One [Frustrated] Beautiful Blogger

It’s no secret I have yet again been MIA from the blogging world. I readily enjoy keeping up with all of you and your amazing accomplishments, but the moments I get to catch up with comments are few and far between. Between battling constant pain, fatigue, my new (and demanding job) and not-to-mention daily life activities – I am pretty much expended by the end of the day.

I spent last weekend in the hospital. Again. Your blogs gave me much inspiration while I was there. Even though I haven’t been able to say it to you individually, thank you. And thank you to those of you who still drop by to say help and leave your thoughts. Your comments do not go unnoticed.

I was admitted to the hospital with intense (but not unbearable like the PE) pain in my right lung (opposite of where the initial trauma occurred). It was causing me to struggle to breathe, which for obvious reasons, was concerning to my doctors. The hospital ran test after test and ruled out problems with my heart. The lining of my lung is inflamed and filled with fluid, which is causing pain and difficulty breathing. It hurts to sit, walk, lie down, cough, yawn – breathe. Yeah, I’m back to that again just when I was starting to find some relief.

They have no idea what caused the inflammation or why it is there. It makes no sense since it is on the opposite side of the PE.

Back to the beginning we go – again.

In August alone I have 12 doctors’ appointments. Hence another reason why I have not been able to catch up in Blogland.

I find it increasingly difficult to live in a constant state of physical pain. It is unlike anything I have ever experienced before. Sure, my knee was an ongoing problem (and a part of my wonders if this is God’s way of forcing me to take an extended rest from running), but it wasn’t constant. I could still do things, hell, I could still run. It just hurt. Now I am constantly in pain. It hurts to do normal, simple, everyday things like get dressed, take a shower or walk to my car. The pain is alwaysthere to some degree or another. Even with pain relievers, it never goes away. I can be sitting on the couch and it hurts – minimizing movement does nothing. Nighttime is the worst. I can’t lie down without gasping for air most nights. I wake up numerous times during the night gasping for air and sometimes wondering if I am still alive. I hobble around on my one decent leg to make sure I really am alive and still able to move. As the hours drag on, I start to become more limber, but the pain never recedes. Maybe I just grow accustomed to it.
Still, no one knows what is wrong. They have pieces and parts – antiphospholipid syndrome, clotting disorders, breakdown of red blood cells, etc.- and even though one might think that is bad enough in and of itself, none of those factors can occur without some overall cause. My doctor described my body as one gigantic thunderstorm. These are the effects – the wind, rain, hail, lightening – but we don’t know what’s up in the clouds that caused the storm. Awesome. My body has literally become one of my biggest fears – a raging thunderstorm.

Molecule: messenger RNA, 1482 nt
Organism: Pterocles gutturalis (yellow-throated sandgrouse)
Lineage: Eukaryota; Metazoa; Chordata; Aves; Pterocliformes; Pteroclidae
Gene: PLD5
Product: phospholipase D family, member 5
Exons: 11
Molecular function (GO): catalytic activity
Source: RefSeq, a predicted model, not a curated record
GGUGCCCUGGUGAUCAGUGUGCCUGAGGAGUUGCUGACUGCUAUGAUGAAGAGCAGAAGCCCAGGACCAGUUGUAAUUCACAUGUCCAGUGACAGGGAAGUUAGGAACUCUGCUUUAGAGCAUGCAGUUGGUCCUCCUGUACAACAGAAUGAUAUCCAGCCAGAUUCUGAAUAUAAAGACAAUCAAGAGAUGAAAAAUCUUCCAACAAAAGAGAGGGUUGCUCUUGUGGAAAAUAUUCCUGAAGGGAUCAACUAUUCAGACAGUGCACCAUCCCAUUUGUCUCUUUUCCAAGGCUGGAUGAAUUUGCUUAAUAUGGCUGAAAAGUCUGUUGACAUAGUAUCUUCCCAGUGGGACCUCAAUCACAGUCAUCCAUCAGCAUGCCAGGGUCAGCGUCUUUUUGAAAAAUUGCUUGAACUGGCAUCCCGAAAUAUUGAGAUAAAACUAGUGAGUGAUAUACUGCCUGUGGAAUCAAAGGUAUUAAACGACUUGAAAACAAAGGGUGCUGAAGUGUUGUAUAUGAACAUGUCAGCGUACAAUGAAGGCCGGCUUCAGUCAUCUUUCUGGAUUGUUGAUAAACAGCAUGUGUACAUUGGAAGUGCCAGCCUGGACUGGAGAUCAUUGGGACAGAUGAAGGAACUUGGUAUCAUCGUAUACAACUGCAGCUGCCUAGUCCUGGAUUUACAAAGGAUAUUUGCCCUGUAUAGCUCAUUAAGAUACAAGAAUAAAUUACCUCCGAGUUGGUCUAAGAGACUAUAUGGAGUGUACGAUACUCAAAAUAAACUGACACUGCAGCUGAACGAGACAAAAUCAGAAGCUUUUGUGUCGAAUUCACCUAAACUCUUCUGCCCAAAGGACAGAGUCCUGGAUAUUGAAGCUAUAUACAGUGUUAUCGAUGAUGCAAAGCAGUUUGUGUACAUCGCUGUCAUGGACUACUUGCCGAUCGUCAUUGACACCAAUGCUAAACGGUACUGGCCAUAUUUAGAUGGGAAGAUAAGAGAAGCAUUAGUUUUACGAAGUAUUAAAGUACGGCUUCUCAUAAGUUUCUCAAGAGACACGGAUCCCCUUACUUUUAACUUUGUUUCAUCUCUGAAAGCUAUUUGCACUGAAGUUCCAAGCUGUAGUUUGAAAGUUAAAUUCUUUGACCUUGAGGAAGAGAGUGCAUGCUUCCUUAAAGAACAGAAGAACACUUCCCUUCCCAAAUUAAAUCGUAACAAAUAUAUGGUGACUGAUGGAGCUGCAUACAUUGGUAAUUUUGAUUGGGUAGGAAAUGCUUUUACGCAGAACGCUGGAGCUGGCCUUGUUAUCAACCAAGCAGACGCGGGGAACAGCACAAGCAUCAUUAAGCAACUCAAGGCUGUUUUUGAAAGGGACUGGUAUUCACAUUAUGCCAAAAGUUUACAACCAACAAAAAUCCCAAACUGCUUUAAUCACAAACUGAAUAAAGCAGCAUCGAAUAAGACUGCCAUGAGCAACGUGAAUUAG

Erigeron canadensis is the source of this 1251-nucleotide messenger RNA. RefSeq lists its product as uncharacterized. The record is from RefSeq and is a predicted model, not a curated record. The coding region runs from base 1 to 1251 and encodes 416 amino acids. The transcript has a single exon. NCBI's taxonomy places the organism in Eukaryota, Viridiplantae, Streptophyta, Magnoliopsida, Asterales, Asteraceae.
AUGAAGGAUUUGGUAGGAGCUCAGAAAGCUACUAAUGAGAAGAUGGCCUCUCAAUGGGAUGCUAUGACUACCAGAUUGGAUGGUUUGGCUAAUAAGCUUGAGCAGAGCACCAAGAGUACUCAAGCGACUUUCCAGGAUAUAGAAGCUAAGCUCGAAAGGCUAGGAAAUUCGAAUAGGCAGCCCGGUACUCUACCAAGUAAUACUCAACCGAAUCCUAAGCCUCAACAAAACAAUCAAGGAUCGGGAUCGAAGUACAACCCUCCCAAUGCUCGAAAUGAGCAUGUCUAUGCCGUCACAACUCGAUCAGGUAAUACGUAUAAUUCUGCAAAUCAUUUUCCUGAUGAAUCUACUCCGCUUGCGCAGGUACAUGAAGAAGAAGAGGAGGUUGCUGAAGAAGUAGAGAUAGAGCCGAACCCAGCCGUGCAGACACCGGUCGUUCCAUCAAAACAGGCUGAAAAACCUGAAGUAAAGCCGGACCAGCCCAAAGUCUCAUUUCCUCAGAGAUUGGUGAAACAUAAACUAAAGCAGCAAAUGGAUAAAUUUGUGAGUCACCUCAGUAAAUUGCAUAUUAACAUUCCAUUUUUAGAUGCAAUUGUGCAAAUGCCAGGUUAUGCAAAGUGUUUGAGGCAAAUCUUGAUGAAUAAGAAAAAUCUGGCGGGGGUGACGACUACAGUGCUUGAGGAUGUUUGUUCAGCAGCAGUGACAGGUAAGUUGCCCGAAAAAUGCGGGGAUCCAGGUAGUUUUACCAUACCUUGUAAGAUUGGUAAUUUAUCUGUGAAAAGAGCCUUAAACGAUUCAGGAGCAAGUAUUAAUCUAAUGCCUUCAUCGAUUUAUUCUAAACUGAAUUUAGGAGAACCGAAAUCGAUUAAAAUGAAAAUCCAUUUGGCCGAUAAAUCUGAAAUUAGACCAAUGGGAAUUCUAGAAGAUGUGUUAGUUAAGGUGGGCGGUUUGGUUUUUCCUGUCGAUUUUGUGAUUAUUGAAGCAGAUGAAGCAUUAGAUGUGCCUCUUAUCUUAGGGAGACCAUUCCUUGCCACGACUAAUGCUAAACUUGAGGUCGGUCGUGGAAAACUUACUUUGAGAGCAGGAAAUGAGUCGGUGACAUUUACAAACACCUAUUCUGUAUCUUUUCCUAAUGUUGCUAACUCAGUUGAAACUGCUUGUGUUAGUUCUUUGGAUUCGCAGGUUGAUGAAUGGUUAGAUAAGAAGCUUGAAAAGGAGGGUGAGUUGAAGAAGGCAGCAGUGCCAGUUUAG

Every day is just that – one day. I can literally do nothing more but take this a day at a time. I’m not sure my mind can handle thinking any farther into the future. I can barely tolerate the pain now. Every night I go to bed thinking tomorrow will be better. It has yet to be. I fear the day when I can run again is slipping away to where I can’t even see it on my horizon. That saddens me more every day, and I am trying desperately to hold onto the hope – the belief – that I will run again someday. It may not be tomorrow or the next day or the next, but I will.

I don’t know how people live with chronic pain. It has only been two months for me so far and it is nearly unbearable. To live with it forever? I can’t.

There are small things that help. Going to work helps. My job is so busy that it takes my mind off the pain while I am there, especially if we are busy. Talking with friends and family helps. Reconnecting with old friends and discovering it is just like we never lost touch helps. Reading blogs helps. Writing helps. Listening to music helps immensely. I am incredibly blessed to have family, friends and an employer that is beyond understanding and supportive for as long as they need to be.  
Little things make a huge difference and remind me that I am not alone. A sweet message from a running friend I truly admire: 

I’ve been running so well, placing in the top 3 overall in races and going for my Boston 2014 in Cbus and NYC and obviously that has come to a screeching halt, and I just want you to know that your blog and positive fb statuses have really helped me cope and put things in perspective. I want you to know that you are reaching people and changing attitudes and I thank you for it.It has helped me more than you know…as someone who uses running to cope with, well, life i’m scared to be without it. i just want you to know you are so inspiring, even if you might not be feeling the greatest right now.

Stephanie of Kitchen Kilometers gave me the Beautiful Blogger Award, and it completely made my day to know that someone remembered me. Thanks, Stephanie! It is always a pleasure to read your blog. Plus, you inspired me to write this post and get some things off my mind, which is invaluable to me.

Here are the rules:
  • Copy the Beautiful Blogger Award logo and post it in your post.
  • Thank the person who nominated you and link back to their blog.